Rush on the Mind

A focus on mental illness was a constant throughout the multi-faceted career of Benjamin Rush, a signer of the Declaration of Independence, prolific writer, longtime Penn faculty member, and the most prominent—and controversial—physician of his day.

When William James Got Hungry

In an excerpt from his new autobiography, Penn psychology professor Martin Seligman tells the little-known story of the American Psychological Association’s annual meeting in 1904, held at Penn. Its reverberations were profound—for Penn psychology professor Edwin Twitmyer and for American psychology.

Is That All There Is?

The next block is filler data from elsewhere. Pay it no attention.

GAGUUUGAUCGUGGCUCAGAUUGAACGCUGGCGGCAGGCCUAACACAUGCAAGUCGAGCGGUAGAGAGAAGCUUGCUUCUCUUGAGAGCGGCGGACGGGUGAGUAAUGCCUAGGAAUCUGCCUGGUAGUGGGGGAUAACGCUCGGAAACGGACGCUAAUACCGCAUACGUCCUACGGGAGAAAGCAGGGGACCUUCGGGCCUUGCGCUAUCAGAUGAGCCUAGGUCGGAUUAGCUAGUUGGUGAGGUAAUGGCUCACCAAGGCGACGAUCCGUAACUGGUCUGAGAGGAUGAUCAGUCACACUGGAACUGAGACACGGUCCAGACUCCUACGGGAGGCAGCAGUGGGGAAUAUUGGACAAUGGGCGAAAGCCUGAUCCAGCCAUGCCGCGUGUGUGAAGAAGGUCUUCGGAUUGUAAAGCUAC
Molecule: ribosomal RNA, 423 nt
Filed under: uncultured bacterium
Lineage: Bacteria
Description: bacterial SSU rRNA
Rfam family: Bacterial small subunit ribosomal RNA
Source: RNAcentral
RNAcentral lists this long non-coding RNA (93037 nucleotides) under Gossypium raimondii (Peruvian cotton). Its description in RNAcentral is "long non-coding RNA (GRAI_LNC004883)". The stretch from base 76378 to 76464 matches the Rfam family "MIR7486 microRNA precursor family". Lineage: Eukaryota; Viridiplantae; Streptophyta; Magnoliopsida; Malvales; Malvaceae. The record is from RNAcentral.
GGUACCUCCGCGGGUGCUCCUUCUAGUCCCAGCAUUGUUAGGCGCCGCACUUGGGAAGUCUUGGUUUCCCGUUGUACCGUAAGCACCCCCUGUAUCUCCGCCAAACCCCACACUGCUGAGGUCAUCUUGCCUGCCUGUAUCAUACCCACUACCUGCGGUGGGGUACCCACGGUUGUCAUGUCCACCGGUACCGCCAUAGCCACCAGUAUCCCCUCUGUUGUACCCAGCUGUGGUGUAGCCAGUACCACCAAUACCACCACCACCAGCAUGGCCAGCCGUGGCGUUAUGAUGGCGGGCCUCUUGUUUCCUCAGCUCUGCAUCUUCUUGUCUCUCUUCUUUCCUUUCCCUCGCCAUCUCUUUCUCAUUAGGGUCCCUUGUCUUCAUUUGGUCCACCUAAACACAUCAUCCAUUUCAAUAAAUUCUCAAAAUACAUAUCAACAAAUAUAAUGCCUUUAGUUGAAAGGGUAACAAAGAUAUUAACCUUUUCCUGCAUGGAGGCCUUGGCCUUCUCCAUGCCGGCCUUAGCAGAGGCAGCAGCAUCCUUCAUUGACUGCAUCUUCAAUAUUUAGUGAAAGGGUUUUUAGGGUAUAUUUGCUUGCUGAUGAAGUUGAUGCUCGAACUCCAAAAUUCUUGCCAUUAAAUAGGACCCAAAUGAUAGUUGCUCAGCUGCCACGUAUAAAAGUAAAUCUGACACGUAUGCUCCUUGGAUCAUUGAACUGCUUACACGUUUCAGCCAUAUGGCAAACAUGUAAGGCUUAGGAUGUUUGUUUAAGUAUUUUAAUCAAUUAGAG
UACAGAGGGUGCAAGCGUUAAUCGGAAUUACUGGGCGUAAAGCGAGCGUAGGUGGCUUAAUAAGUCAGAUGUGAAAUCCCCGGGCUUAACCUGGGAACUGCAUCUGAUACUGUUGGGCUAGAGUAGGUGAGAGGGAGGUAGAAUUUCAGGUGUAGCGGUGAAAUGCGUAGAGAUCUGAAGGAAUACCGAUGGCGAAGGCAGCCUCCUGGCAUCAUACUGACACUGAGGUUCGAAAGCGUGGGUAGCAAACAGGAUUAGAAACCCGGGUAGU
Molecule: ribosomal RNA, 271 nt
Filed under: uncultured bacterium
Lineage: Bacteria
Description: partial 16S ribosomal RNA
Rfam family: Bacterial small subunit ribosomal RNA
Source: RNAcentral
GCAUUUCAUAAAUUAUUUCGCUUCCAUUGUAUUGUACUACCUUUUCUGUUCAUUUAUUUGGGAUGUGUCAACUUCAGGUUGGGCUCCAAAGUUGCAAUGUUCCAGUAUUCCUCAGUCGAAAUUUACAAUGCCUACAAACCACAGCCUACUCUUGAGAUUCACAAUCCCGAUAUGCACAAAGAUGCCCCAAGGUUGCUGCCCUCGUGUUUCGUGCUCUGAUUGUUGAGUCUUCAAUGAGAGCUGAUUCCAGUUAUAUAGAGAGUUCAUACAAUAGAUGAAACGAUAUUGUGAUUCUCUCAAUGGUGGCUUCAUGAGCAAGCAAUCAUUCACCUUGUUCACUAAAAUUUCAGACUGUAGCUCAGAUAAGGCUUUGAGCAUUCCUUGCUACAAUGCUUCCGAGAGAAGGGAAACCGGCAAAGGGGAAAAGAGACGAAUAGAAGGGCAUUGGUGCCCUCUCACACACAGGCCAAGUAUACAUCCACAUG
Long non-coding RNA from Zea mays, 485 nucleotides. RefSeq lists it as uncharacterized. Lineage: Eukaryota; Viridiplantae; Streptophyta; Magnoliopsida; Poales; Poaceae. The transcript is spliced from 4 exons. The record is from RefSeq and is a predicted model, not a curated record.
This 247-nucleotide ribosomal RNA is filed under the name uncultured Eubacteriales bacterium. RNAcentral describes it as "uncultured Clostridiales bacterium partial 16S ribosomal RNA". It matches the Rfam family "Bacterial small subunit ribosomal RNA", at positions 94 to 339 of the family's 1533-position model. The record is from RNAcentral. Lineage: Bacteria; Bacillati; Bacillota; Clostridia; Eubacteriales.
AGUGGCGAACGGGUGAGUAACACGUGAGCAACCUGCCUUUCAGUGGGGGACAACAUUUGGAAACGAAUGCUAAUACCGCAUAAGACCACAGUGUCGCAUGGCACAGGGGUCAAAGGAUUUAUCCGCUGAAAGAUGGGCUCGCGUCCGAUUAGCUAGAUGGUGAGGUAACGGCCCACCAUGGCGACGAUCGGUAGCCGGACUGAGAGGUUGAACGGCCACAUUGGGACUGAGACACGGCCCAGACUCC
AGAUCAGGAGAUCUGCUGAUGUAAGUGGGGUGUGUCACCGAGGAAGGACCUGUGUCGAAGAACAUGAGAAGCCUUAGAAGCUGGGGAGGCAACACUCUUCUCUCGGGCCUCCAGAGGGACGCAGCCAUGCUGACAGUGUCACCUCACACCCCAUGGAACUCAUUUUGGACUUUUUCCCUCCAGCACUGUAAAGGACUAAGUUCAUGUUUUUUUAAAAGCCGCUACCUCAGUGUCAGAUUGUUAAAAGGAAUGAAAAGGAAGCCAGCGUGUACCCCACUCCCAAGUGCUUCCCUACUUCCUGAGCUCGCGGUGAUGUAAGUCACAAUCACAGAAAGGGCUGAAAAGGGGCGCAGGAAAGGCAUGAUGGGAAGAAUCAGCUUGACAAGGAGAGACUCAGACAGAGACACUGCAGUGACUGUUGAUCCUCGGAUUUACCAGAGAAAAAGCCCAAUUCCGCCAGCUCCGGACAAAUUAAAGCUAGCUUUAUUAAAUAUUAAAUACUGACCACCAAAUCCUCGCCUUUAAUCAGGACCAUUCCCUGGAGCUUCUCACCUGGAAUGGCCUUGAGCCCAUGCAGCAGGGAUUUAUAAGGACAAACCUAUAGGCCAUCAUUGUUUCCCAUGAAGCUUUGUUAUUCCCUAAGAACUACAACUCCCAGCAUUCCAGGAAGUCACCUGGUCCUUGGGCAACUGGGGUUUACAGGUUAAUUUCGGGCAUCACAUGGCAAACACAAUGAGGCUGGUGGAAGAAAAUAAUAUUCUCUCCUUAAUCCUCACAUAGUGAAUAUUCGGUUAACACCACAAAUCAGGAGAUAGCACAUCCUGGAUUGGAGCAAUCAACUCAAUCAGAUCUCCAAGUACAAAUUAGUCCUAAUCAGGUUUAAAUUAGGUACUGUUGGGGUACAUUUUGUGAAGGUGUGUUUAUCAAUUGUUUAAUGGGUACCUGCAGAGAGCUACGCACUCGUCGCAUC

On the road with Zach and Buzz, Peggy Lee on the car stereo, and the meaning of life. An excerpt from Father’s Day: A Journey into the Mind and Heart of My Extraordinary Son.

Steeped in Tea

Professor of Chinese Language and Literature Victor Mair spent years immersing himself in tea lore. His new book gives a fresh infusion of history to a venerable subject.

Sunrise in Philadelphia

On a crisp September day, the delegates to the Constitutional Convention gathered to sign the document they’d hammered out over the long, hot summer of 1787, flaws and all. An excerpt from Plain, Honest Men by History Professor Richard Beeman. Plus: An interview with the author.

Living the Lesson

Taking his first live snap in the NFL, a rookie field-goal kicker—who also happens to be a 43-year-old sportswriter—learns about pressure.

Keeping Faith

Bloodied but unbowed by his stint as George W. Bush’s first “faith czar,” alumnus and political science professor John. J. DiIulio is more convinced than ever of America’s faith-based future—and he has a new book that tells why.